“So, when are you and Janet going to give your mother grandchildren?”
“Why spend $300 per hour on a shrink when it’s not going to do any good anyway?
“Why do you always eat junk food when you know you have high blood pressure?”
“Are those boobs real?”
Questions you can’t answer. Questions you don’t want to answer. Questions you want to slap a person for asking. Questions that are just begging to start a fight. We all hear them, sometimes from our nearest and dearest, and sometimes from total strangers.
There is an answer – other than “Shut up and leave me alone,” which may indeed be your initial reaction, but usually isn’t the best solution. (Except maybe to the boobs question.)
Noted linguist and author of The Gentle Art of Verbal Self-Defense Suzette Haden Elgin recommended a technique called the “Boring Baroque Response.” It’s not a skill everyone has at the ready, but with a little practice, you can expand your ability to deflect the nosy and the belligerent.
The essence of the Boring Baroque Response (or BBR) is storytelling. No matter the question, you stare off into space and launch into the longest, most rambling story you can. Here’s an example:
Idiot: “Why do you always eat junk food when you know you have high blood pressure?”
You: “That’s interesting you should ask. It reminds me of when my parents and I were visiting Cousin Jim and Cousin Addie – you know, the ones that lived near Natural Bridge and had that kitchen that was painted all black. And whenever we visited my sister and I played in the hayloft. But it didn’t have hay, it was really bales of straw. Dried-out corn cobs, too, which they fed to the animals, like the mule. I rode that mule once, bareback, and you wouldn’t believe how bony its backbone was! Anyway, Cousin Addie was making biscuits and gravy – sawmill gravy with milk, not red-eye gravy with coffee – and Cousin Jim always said….”
Keep going as long as necessary until the questioner gives up and goes away. As Elgin noted, “A response like this delivers the following message: ‘I notice that you’re here to pick a fight. Do that if you like, but it’s not going to be much fun for you, because I won’t play that game.'”
According to Elgin, the secret of the BBR is to deliver it with a straight face and a thoughtful, reminiscing tone. Sounding sarcastic or snotty will give away the game. And although the example was (vaguely) related to food, as the question was, it doesn’t have to be. The story can be about your sister and how she wanted to be a veterinarian, which she would have really been terrible at because….Well, you get the idea.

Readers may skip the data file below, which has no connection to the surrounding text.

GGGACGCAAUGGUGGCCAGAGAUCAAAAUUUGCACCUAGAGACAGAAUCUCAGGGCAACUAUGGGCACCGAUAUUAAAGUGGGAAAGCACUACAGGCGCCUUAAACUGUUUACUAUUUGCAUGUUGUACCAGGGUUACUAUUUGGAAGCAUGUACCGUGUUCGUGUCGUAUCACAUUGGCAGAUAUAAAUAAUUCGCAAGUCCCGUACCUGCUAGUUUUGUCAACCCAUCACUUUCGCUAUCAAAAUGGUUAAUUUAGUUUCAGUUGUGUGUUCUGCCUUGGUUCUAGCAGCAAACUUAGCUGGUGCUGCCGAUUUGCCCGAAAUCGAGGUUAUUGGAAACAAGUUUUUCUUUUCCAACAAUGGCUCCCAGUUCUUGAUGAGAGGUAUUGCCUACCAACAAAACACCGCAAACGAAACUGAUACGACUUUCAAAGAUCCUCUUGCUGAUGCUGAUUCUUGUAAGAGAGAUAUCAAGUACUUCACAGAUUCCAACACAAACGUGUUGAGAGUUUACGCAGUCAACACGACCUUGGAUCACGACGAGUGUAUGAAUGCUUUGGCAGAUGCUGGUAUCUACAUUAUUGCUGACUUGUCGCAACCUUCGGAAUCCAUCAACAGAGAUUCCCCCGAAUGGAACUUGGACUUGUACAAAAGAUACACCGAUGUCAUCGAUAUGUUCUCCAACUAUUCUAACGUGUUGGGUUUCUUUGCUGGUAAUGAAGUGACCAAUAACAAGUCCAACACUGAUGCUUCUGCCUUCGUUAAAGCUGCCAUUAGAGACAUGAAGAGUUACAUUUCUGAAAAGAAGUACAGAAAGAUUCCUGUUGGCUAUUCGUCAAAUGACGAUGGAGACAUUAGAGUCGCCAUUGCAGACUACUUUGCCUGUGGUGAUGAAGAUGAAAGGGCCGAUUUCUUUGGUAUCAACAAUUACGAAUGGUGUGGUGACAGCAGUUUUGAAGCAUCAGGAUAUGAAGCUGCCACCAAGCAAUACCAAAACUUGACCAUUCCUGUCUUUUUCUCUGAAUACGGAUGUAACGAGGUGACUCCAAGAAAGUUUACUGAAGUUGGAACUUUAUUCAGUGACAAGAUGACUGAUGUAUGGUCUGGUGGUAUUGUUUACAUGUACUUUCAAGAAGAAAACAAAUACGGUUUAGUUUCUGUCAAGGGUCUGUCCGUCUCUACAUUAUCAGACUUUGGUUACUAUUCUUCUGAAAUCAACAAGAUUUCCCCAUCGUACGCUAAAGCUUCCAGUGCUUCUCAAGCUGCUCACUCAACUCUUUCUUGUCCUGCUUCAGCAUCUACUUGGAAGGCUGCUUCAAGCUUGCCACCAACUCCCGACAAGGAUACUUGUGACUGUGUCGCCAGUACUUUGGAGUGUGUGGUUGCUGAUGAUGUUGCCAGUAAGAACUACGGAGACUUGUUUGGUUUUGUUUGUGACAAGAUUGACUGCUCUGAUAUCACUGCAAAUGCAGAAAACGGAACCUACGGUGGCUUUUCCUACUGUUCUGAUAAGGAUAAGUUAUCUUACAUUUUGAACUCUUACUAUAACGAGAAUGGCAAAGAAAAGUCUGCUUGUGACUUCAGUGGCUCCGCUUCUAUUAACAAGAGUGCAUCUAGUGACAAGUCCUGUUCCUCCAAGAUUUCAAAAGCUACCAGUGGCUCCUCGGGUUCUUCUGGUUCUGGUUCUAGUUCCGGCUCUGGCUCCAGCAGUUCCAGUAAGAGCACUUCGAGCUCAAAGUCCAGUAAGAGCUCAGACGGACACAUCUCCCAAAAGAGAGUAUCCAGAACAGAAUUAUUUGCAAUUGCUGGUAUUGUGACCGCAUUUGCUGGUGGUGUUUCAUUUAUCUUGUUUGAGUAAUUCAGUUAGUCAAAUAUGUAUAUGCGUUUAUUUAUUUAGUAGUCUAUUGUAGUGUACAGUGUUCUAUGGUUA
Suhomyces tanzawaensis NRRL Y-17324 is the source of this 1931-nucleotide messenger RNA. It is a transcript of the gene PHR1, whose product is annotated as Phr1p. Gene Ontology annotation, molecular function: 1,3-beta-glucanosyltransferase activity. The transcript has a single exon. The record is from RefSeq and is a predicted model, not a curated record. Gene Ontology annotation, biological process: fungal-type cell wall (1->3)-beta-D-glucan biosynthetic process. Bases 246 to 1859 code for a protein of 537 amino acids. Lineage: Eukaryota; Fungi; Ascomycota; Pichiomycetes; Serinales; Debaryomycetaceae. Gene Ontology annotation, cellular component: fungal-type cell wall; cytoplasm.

My husband had a version of the BBR that he used when he worked in community-based corrections. He would regale the “clients” with stories full of analogies – “You know when they make steel how they forge it first in really high heat and then plunge it into cold water. Well, that’s kind of like….” He could rarely get out more than a sentence before the listener would edge away, saying, “No stories, please, Mr. R. I’ll behave. I’ll be good. Just no story!”
I don’t know if Elgin ever heard it, but the best BBR I know is the monologue that Grampa Simpson produced when asked to break up a union meeting:
“We can’t bust heads like we used to. But we have our ways…. Like the time I caught the ferry to Shelbyville. I needed a new heel for m’shoe. So I decided to go to Morganville, which is what they called Shelbyville in those days. So I tied an onion to my belt, which was the style at the time. Now, to take the ferry cost a nickel, and in those days, nickels had pictures of bumblebees on ’em. ‘Gimme five bees for a quarter,’ you’d say. Now where were we… oh yeah. The important thing was that I had an onion on my belt, which was the style at the time. I didn’t have any white onions, because of the war. The only thing you could get was those big yellow ones….”
Now that’s classic TV! Just like the episode of WKRP when Mr. Carlson had an idea for a promotion and Les was supposed to report on it live from the shopping center, but the one store didn’t want him standing in front of it because customers couldn’t get in, so then….